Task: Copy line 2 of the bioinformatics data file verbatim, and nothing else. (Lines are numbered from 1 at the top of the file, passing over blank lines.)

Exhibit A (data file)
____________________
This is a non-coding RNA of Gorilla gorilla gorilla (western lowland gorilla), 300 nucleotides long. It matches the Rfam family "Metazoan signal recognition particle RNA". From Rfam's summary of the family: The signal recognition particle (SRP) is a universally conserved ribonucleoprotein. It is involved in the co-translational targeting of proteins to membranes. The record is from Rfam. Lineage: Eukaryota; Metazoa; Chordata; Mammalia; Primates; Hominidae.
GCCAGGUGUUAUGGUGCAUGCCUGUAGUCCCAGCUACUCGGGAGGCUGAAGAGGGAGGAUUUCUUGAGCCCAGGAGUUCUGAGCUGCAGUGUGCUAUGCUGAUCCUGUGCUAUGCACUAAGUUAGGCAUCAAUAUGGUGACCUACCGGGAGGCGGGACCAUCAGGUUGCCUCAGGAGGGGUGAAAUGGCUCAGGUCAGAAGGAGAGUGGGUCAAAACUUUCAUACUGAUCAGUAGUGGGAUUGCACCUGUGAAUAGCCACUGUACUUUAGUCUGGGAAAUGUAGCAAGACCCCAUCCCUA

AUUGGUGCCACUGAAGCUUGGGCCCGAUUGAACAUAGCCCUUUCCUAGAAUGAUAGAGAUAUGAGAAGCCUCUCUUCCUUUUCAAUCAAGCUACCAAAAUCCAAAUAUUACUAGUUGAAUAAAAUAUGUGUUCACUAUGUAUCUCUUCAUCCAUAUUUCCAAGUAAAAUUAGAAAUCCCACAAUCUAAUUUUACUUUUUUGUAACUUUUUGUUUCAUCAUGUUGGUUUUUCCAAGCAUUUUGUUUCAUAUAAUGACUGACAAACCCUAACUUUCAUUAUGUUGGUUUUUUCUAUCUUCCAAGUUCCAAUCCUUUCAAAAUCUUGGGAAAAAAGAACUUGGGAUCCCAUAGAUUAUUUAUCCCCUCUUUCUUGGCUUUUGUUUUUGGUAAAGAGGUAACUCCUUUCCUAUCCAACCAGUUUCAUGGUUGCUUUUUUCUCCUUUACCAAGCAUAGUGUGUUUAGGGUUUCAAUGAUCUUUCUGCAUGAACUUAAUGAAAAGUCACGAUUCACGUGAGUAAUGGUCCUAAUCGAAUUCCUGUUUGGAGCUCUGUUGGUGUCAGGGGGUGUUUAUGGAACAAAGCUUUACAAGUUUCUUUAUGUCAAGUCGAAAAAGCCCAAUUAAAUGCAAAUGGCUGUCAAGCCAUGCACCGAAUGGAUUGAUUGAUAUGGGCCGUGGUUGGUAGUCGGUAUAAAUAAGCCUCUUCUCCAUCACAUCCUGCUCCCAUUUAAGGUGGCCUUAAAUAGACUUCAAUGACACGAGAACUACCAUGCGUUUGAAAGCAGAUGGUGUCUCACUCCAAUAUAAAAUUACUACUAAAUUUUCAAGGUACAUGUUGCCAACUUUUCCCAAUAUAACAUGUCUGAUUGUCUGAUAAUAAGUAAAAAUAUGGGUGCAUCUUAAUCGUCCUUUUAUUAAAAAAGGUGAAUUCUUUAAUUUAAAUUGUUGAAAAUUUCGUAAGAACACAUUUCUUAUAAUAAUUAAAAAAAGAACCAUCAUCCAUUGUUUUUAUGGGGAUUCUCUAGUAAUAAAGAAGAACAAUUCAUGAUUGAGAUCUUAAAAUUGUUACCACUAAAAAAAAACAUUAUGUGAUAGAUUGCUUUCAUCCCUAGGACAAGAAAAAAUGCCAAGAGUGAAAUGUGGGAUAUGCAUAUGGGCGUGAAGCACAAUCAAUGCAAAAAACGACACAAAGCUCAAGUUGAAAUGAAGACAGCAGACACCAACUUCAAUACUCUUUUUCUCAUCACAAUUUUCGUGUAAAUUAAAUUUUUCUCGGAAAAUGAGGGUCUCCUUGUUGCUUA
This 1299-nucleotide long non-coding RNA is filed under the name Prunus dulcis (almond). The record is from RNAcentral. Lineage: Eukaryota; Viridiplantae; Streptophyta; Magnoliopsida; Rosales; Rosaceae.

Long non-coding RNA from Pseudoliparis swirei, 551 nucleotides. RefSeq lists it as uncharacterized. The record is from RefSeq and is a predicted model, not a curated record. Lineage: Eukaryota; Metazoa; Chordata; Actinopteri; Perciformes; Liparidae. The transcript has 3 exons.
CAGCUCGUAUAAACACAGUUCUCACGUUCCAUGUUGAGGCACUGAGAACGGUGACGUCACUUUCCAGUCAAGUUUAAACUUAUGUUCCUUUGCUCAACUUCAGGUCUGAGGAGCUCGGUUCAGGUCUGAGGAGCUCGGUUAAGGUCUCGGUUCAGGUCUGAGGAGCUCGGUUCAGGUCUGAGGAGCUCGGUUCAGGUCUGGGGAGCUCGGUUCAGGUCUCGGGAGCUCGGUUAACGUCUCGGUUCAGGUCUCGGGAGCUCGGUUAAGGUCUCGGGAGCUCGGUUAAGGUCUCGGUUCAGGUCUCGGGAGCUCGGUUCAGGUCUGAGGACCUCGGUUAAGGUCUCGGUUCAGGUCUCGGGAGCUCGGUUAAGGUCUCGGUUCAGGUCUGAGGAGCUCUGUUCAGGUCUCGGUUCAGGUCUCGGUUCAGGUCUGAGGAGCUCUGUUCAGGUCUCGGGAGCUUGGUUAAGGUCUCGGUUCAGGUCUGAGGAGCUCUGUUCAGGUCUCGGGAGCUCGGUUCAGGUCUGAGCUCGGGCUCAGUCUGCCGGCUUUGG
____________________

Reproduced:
GCCAGGUGUUAUGGUGCAUGCCUGUAGUCCCAGCUACUCGGGAGGCUGAAGAGGGAGGAUUUCUUGAGCCCAGGAGUUCUGAGCUGCAGUGUGCUAUGCUGAUCCUGUGCUAUGCACUAAGUUAGGCAUCAAUAUGGUGACCUACCGGGAGGCGGGACCAUCAGGUUGCCUCAGGAGGGGUGAAAUGGCUCAGGUCAGAAGGAGAGUGGGUCAAAACUUUCAUACUGAUCAGUAGUGGGAUUGCACCUGUGAAUAGCCACUGUACUUUAGUCUGGGAAAUGUAGCAAGACCCCAUCCCUA